Cast: Victoria Cruz, Marsha P. Johnson (Dragged), Sylvia Rivera (Vito)
Director: David France (How to Survive a Plague)
Screenwriter: David France (How to Survive a Plague), Mark Blane (Cubby)
July, 1992 the body of Marsha P. Johnson, figurehead of the lesbian, gay, bisexual, and transgender (LGBT) movement, is discovered in the Hudson River, floating, with a hole in her head. Verdict rendered: suicide.
Why would a colourful character, known for having a lust for life, with still so much to accomplish in her activism, commit suicide? Here lies the mystery.
The Death and Life of Marsha P. Johnson, follows Victoria Cruz, an employee of the Anti-Violence Project, New York City, as she journeys into discovering the truth behind the death of the gay icon.
Now a cold case, if suspicions are true, Marsha fell to foul play.
By talking to friends, acquaintances and witness, Cruz, traces Marsha’s steps, the days leading up to her death, in the hope of uncovering vital information that will reveal the answers.
Born Malcolm Michaels Jr. Marsha P. Johnson became the mother figure of the gay rights movement, before her untimely demise at the age of 46.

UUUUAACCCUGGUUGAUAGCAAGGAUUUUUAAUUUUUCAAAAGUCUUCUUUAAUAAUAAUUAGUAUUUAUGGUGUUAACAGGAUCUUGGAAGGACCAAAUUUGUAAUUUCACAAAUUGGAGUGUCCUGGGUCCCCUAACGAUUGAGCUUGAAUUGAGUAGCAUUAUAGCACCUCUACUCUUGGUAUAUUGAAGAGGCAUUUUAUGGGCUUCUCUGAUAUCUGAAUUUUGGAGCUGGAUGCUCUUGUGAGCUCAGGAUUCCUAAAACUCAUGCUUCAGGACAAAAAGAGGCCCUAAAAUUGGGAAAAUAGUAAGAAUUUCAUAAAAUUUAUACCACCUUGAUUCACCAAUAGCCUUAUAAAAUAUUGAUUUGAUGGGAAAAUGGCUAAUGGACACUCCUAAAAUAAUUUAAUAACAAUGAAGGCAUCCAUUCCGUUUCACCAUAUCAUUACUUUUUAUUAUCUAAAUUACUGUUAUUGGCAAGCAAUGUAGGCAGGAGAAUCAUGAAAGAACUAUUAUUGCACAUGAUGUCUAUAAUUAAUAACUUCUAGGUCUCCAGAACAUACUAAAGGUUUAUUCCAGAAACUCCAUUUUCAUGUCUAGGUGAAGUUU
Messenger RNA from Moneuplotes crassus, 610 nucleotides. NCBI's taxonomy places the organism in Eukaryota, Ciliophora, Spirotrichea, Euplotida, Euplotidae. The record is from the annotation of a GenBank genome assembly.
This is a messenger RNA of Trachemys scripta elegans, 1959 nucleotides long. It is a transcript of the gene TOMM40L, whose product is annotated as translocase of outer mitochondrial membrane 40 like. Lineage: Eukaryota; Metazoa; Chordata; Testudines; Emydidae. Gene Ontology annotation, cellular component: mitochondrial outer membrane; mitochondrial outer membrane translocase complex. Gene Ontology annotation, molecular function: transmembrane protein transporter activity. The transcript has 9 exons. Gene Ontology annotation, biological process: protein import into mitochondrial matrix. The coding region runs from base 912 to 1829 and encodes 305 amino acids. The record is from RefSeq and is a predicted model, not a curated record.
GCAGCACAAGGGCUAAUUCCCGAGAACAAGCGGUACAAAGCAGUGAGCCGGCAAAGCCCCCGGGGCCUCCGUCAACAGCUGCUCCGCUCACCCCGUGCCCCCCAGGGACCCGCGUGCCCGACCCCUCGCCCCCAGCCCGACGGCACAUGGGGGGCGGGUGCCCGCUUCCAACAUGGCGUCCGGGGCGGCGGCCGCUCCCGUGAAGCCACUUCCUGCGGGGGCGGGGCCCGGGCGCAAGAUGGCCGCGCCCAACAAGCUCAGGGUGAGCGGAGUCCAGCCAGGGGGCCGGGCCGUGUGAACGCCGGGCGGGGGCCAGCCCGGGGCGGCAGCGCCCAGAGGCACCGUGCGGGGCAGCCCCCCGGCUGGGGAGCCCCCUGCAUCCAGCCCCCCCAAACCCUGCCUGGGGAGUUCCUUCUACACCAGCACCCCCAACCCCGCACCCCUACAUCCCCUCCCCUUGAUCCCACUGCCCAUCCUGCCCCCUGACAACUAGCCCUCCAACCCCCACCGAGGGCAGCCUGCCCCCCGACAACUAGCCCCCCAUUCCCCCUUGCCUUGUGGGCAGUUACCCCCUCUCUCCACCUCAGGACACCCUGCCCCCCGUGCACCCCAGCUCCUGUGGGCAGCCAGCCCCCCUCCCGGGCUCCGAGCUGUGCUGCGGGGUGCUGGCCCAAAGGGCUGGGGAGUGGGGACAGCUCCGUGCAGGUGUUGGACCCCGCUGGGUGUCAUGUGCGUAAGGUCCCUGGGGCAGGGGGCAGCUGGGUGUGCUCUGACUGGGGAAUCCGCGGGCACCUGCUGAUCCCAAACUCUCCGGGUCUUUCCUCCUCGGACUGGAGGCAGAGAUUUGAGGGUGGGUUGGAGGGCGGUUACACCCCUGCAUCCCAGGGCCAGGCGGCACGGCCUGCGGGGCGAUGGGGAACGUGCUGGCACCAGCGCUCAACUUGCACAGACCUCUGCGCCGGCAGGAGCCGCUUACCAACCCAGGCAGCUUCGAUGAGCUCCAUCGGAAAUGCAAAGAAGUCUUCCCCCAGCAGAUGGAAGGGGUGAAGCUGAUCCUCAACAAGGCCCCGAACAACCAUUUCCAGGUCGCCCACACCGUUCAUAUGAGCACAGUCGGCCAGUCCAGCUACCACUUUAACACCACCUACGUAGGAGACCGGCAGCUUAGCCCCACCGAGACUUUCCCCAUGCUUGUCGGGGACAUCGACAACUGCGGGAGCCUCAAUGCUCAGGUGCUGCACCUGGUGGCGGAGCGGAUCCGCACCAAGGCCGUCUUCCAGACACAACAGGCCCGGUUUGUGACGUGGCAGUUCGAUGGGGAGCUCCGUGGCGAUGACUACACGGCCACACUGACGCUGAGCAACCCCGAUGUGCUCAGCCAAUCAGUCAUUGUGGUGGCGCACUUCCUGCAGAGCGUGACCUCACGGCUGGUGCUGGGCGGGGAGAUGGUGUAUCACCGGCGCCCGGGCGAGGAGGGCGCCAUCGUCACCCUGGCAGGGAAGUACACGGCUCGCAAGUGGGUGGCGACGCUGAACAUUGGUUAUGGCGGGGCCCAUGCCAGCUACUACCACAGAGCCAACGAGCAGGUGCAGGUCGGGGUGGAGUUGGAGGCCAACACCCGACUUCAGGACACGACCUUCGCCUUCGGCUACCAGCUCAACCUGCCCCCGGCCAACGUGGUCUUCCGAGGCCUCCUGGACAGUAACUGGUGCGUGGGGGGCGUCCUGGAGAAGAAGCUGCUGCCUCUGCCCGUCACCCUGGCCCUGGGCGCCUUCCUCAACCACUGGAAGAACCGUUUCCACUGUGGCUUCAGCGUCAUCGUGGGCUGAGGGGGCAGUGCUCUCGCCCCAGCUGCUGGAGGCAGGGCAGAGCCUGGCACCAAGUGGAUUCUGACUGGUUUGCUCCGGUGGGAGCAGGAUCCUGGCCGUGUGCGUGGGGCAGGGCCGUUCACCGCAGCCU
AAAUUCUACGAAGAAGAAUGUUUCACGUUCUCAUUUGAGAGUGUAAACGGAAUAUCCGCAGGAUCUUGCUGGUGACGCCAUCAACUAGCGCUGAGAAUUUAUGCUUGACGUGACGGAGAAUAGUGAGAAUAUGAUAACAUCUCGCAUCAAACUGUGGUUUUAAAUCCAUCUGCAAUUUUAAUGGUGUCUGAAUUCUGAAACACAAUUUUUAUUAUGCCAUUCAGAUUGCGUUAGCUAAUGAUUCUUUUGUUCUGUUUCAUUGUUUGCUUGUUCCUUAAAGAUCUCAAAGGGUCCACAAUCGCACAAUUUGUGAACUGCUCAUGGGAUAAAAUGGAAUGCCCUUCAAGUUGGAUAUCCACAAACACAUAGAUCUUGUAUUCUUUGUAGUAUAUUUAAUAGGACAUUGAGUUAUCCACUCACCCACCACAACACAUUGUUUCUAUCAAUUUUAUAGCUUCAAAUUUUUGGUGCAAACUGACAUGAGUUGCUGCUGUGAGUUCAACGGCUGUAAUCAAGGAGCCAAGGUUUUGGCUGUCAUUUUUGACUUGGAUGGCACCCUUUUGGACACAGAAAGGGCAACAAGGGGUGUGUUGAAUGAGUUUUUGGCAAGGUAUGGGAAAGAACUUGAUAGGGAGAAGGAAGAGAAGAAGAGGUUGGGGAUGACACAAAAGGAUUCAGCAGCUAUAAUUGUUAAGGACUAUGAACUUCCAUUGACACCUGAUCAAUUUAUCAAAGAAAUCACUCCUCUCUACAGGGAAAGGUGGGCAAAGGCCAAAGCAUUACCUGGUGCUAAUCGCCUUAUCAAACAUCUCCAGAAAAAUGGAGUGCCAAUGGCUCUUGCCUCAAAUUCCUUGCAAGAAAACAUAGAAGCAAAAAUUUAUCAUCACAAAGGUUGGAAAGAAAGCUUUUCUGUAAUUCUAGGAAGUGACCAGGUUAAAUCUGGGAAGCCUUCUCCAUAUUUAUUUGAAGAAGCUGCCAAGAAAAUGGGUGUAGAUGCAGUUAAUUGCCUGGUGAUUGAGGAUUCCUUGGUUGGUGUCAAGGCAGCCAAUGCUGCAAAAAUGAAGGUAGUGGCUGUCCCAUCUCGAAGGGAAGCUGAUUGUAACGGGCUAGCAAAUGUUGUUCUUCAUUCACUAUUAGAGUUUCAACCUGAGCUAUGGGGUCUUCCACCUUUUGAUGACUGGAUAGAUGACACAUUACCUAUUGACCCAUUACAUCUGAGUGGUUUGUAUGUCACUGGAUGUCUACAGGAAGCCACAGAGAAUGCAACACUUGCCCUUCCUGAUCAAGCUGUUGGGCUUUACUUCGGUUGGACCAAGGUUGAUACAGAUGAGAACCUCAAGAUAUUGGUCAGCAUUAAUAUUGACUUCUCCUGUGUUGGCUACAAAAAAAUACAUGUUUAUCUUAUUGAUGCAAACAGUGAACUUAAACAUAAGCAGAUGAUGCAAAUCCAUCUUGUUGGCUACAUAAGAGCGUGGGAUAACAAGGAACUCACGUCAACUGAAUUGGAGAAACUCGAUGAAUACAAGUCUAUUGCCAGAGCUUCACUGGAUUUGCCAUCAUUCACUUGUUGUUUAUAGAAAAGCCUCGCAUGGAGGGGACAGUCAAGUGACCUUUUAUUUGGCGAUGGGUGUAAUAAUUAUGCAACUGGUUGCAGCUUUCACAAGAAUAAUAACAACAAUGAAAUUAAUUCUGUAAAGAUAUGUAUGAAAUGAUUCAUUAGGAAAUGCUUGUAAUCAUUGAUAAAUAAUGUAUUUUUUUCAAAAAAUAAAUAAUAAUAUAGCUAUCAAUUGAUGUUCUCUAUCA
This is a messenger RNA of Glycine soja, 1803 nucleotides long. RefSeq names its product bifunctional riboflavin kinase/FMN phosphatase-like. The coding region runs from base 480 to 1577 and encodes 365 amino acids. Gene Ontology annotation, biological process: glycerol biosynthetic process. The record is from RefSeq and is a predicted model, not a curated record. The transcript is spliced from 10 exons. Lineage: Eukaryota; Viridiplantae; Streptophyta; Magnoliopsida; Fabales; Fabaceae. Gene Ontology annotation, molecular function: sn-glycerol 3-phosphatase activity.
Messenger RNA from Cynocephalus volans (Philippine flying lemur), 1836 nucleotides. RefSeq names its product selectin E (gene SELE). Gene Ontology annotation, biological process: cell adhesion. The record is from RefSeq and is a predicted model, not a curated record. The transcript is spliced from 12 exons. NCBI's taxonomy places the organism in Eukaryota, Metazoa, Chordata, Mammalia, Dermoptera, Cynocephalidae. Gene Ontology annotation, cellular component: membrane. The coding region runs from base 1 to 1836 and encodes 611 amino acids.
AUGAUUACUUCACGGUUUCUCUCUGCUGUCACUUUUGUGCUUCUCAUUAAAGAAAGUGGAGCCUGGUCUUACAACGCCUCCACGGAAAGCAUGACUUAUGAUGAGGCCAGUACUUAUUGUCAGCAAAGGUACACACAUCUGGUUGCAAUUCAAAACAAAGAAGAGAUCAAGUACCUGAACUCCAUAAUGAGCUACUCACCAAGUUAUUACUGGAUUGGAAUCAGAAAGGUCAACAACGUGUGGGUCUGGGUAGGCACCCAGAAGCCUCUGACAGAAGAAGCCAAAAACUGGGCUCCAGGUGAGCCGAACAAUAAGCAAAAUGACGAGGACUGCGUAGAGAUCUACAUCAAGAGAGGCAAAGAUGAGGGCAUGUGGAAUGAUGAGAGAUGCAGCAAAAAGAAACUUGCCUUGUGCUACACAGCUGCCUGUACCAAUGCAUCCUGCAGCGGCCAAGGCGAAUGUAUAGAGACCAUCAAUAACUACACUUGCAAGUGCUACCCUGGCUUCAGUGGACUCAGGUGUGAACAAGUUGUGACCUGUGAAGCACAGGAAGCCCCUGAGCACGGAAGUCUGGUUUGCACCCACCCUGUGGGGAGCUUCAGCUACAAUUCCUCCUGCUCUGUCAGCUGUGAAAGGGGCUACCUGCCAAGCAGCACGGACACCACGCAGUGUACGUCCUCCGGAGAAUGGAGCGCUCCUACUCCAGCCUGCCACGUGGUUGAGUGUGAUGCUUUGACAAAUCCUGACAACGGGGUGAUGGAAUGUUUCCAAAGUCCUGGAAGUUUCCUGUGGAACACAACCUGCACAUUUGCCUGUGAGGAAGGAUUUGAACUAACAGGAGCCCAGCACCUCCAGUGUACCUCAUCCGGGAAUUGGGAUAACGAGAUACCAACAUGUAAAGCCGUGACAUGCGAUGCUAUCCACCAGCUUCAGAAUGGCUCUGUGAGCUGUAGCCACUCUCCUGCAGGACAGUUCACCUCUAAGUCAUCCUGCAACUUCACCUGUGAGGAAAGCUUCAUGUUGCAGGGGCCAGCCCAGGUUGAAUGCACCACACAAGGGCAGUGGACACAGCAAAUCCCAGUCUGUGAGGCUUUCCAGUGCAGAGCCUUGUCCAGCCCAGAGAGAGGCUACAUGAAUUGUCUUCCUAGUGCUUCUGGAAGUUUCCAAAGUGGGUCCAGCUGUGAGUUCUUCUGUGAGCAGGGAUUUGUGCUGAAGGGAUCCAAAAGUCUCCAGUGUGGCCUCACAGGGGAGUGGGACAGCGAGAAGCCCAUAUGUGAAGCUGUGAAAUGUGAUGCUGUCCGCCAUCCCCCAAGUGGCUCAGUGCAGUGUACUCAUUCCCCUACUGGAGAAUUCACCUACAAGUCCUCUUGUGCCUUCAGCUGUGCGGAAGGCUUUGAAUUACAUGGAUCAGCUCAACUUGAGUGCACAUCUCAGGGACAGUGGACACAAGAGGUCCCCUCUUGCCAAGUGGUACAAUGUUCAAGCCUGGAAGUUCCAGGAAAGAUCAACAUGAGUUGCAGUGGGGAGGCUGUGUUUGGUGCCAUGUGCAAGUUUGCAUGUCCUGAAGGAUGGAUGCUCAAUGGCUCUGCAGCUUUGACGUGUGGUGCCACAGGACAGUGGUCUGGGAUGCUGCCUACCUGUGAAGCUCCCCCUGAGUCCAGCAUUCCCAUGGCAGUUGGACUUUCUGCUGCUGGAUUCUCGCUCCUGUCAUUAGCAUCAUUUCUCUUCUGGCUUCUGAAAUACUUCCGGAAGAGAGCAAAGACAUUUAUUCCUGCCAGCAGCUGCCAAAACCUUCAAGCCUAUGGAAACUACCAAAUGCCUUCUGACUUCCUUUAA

Considered pariahs by society, even today, trans murder is high, and nobody seems to care.
“Trans women are yelling out from their graves for justice, most of them were unknown, but even famous cases go cold,” says a pensive Cruz.
What I really admire about the documentary is that it’s not only a genuine investigation, but it interweaves the plight of the transgender community as well as the evolvement of the whole gay rights movement.
There’s real humanity in the film, particularly the story of activist Sylvia Rivera, who is a documentary in herself. Her tale, is one of courageousness, tragedy and hope.
The documentary demonstrates, how people will stand up for their rights, and the sacrifice they endure for liberation.
I found this documentary rewarding, because I learned so much. Not just of a movement, but of a compassionate community, and of individuals prepared to fight for justice and equality, regardless of their personal cost.
No matter our persuasion; we all have value, we all have rights, we are all precious.
Words: Claire Bueno
|Runtime: 1 hour 45 minutes||Year: 2017||Genre: Documentary, Crime||Streaming Service: Netflix UK, Netflix US|